The Grasshoppers of Bridge Park

by Eric Neubauer

I’m one of the members of our Chapter who’s visiting various city parks in Milam County on Tuesdays. Here’s what I found at Bridge Park in Rockdale, which is an area full of some of the famous bridges of Milam County. I was hoping to add to my goal of documenting all the grasshoppers in the county.

As I expected, the very first grasshopper I picked up was one I’d hoped to run across for a long time. I knew instantly what it was, but somehow expected it to be larger.

Aztec spur-throated grasshopper Aidemona azteca

Regarding the Aztec grasshopper, it was only about a ¼” long and pretty lively. I got three photos and it was gone. Looking at other images at iNat suggests it’s a tiny grasshopper and overlooked for that reason. I can’t find anything about sizes on the internet. I was looking through the fallen leaves behind the calaboose at Bridge Park.

Then there was a peculiar looking nymph I never saw before. I didn’t necessarily think it was a species I hadn’t seen. This was correct, but it was the first time I’d encountered a nymph. I think I identified it correctly.

Kiowa grasshopper Trachyrhachys kiowa

In looking at the satellite views at google maps, I realized that an abandoned railroad once ran through Sumuel Park, one of the other parks we visited. It was the one that came up though Deanville and continued on through Cameron.

This was a great visit, definitely another case of the Linda Jo’s time-to-get-off our-butts initiative. There are several sites I’ll be sure to visit again on a regular basis.

How I’m Doing on My Grasshopper Quest

I’ve seen 27 Acrididae species in Milam County. There are a total of 31 observed. Of the four I don’t have, two observations are bogus (wishful thinking applied to nymphs), one is Schistocerca lineata, which I’ve seen in Burleson County, and the other is Melanoplus punctulatus which Sue Ann has seen. Since the common name is Pine-tree Spur-throat grasshopper, I think I need to go somewhere there are pine trees.

It’s Not Just about Nature

by Linda Jo Conn

On Tuesdays for the past month, several El Camino Real Texas Master Naturalist members have met to explore nature in several public locations in Milam County. The sites have ranged from a roadside historical marker to a manicured downtown lot. We’ve been careful to follow current guidelines, by wearing masks when we are closer than six feet apart, and not gathering in numbers over ten.

We have not made an earth-shaking discovery, but we have seen some interesting organisms. The past week, we observed at four Rockdale locations: Veterans’ Park, Skate Plaza, George Hill Patterson Civic Center, and the Fair Park.  

Catching an elusive insect.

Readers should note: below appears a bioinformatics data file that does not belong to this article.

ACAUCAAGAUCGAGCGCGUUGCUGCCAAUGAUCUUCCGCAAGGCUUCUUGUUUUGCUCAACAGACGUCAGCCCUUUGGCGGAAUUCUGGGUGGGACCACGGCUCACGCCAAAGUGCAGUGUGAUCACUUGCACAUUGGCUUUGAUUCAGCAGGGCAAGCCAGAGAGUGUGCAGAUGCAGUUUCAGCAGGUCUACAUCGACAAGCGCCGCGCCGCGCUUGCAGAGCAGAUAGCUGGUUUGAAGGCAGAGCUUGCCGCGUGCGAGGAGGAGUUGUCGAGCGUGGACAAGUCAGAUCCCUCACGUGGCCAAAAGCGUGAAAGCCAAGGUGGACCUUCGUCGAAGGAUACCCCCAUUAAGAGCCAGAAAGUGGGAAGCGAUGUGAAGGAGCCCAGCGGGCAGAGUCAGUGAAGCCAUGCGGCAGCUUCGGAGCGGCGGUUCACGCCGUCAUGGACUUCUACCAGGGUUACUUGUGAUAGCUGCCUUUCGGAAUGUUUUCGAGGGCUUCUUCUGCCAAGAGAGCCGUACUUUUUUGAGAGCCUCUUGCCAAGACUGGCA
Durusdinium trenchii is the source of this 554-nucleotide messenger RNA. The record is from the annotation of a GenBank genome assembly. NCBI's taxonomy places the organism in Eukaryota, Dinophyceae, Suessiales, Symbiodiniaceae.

On a large “spineless” cactus, we found dozens of cactus bugs (Hesperolabops gelastops). A large Chinese tallow tree had a leaf-footed bug (Leptoglossus sp.) resting on its bark. An elusive beetle had to be ferreted out from the vegetation to which it had escaped during a photo session. It turned out that Catherine Johnson is a tenacious and successful bug hunter. 

Several in the group are interested rocks and geology.  Debra Sorenson noted the iconic petrified rock and sandstone pillars at the Fair Park entrance.

Deb enjoys petrified wood used at Fair Park.

Farther into the park, I observed my first gomphrena weed (Gomphrena serrata) and Spanish gold (Grindelia ciliata) in Milam County.

However, our park investigations are not just about nature. It is not just about recording and sharing the species we see. Our gatherings during the past month have been bright spots:  Time I spent outdoors with other folks who find joy in learning and exploring new and old places.

We shared our time, thoughts, and experiences with each other. My most memorable moment of our last park survey session was not a bug or a plant, but was when we paused at the new recently dedicated granite markers installed at Veterans’ park next to the city swimming pool. 

War is hell.

 Our thoughts turned to those who had served in wars. One shared their father’s experiences during the D-day invasion. Another shared their father’s thoughts about the atomic bomb. My own father never spoke of the war. The time we spent at the site was solemn and memorable. That semi-circle of granite markers fulfilled its purpose. We had paused and honored our veterans.

So, I repeat. It is not just about nature. It is also the social (yet physically distanced) sharing of thoughts and experiences among a community of folks who appreciate the wonder and glory of our world. It is a reason I am a Texas Master Naturalist.